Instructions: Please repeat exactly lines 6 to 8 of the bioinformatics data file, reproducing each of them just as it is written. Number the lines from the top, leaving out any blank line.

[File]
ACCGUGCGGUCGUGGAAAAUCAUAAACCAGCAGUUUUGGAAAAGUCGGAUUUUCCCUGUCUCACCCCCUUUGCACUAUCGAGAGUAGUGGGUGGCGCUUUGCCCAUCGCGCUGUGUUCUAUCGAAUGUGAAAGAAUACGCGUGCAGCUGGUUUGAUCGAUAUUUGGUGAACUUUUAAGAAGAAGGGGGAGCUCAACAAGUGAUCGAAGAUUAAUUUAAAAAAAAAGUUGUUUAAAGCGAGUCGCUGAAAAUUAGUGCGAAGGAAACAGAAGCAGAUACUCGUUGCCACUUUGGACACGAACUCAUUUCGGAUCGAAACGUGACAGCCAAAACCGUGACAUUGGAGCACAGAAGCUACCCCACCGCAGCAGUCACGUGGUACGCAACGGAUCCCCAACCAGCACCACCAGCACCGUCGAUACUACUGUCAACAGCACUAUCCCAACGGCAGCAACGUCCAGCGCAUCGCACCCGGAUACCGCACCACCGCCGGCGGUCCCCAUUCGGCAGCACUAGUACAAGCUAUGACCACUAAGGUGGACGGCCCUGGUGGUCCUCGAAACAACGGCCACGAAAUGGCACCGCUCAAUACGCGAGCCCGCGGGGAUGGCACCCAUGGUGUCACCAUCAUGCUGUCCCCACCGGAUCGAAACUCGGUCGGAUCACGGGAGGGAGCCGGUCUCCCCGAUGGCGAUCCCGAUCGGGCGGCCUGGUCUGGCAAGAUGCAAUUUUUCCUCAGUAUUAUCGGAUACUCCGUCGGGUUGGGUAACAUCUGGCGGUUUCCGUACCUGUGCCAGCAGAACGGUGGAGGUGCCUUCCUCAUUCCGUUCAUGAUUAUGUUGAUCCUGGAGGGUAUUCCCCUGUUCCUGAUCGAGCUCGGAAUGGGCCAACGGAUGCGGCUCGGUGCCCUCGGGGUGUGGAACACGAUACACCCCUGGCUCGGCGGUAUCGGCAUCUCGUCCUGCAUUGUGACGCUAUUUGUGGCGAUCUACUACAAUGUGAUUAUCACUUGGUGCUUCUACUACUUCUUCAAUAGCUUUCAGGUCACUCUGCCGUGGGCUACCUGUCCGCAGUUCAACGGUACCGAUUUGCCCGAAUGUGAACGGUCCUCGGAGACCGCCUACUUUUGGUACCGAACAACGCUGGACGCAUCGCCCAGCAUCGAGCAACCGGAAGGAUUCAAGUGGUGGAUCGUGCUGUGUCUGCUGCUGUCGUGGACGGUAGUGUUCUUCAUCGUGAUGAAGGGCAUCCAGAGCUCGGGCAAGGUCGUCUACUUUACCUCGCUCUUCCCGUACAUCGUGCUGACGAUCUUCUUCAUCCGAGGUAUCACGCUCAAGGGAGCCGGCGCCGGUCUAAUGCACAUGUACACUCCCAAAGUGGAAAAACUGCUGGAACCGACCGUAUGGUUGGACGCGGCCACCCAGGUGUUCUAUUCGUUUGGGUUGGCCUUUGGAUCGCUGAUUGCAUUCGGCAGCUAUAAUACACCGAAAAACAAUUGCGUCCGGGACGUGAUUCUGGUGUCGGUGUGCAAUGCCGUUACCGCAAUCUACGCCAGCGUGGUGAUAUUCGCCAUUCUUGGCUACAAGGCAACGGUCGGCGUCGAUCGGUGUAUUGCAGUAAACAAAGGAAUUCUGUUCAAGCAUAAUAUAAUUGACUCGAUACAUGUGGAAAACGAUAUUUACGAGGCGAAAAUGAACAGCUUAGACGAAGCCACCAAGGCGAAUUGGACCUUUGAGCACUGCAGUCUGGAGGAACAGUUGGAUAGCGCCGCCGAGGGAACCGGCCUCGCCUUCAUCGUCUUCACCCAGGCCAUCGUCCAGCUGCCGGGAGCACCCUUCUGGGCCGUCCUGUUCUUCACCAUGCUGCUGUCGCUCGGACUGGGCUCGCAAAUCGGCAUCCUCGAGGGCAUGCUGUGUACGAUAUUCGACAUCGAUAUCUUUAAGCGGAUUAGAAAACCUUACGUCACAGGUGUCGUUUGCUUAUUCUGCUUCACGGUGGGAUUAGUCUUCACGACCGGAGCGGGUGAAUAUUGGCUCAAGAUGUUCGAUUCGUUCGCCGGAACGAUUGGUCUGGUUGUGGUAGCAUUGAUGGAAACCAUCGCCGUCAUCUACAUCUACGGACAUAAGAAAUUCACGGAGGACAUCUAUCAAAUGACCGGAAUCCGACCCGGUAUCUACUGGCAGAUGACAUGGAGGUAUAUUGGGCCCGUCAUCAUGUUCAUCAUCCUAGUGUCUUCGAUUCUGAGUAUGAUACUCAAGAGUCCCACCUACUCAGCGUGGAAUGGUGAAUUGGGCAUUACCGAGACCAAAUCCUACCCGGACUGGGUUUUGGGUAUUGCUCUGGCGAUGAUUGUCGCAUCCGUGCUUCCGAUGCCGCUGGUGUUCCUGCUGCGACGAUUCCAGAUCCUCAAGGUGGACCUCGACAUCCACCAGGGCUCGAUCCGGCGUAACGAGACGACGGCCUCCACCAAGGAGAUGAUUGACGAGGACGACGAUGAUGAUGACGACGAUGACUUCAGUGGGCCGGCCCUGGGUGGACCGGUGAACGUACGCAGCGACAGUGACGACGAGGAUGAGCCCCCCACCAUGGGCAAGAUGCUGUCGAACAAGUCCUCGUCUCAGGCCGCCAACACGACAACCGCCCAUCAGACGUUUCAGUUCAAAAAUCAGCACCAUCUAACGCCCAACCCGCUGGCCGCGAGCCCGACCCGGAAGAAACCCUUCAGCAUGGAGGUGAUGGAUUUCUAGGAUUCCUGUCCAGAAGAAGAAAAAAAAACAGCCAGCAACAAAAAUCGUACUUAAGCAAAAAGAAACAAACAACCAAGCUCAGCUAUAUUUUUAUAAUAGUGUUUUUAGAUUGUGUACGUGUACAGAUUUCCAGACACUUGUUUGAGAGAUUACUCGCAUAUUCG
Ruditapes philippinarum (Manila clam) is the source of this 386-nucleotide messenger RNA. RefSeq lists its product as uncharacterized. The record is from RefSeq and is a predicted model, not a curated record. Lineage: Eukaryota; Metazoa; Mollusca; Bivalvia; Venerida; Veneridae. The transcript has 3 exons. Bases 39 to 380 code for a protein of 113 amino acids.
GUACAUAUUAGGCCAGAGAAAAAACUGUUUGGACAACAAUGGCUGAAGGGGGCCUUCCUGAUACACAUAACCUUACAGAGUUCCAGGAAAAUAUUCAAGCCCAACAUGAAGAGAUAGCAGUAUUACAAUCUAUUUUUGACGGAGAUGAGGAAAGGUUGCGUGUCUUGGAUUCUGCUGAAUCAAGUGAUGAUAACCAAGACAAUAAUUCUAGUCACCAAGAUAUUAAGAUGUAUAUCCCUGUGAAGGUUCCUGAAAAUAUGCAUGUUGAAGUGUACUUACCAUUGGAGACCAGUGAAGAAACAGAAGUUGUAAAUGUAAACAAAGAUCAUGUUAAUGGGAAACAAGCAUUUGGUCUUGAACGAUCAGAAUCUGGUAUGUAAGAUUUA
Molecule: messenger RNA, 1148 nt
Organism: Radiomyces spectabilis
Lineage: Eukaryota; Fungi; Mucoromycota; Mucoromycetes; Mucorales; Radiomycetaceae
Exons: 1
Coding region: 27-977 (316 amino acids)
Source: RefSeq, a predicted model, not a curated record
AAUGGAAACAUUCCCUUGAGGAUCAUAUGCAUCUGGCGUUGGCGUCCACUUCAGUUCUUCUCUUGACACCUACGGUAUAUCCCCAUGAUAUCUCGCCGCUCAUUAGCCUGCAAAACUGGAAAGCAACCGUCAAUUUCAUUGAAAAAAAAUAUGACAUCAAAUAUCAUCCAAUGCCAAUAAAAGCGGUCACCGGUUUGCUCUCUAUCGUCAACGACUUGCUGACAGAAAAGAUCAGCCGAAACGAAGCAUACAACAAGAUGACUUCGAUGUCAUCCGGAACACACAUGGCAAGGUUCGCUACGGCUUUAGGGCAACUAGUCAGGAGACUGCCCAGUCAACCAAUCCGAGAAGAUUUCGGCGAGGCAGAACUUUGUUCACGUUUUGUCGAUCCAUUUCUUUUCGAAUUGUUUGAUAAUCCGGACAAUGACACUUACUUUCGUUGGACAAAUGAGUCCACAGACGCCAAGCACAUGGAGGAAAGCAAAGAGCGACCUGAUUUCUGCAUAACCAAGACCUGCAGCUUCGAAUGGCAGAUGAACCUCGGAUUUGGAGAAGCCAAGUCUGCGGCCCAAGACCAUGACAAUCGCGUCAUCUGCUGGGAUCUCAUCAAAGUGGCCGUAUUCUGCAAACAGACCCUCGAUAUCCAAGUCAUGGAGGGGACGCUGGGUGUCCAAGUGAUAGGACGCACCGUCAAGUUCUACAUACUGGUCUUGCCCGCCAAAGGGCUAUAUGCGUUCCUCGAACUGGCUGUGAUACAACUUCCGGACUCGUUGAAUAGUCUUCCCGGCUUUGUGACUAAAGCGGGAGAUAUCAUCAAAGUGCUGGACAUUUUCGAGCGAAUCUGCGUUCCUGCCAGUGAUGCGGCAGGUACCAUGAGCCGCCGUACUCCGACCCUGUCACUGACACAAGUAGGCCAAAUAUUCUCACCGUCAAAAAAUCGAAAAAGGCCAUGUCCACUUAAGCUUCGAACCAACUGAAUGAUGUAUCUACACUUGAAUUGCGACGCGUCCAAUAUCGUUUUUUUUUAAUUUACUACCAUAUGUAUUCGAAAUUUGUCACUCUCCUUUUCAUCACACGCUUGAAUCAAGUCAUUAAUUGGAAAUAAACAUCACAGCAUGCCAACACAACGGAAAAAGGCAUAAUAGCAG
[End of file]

Lineage: Eukaryota; Fungi; Mucoromycota; Mucoromycetes; Mucorales; Radiomycetaceae
Exons: 1
Coding region: 27-977 (316 amino acids)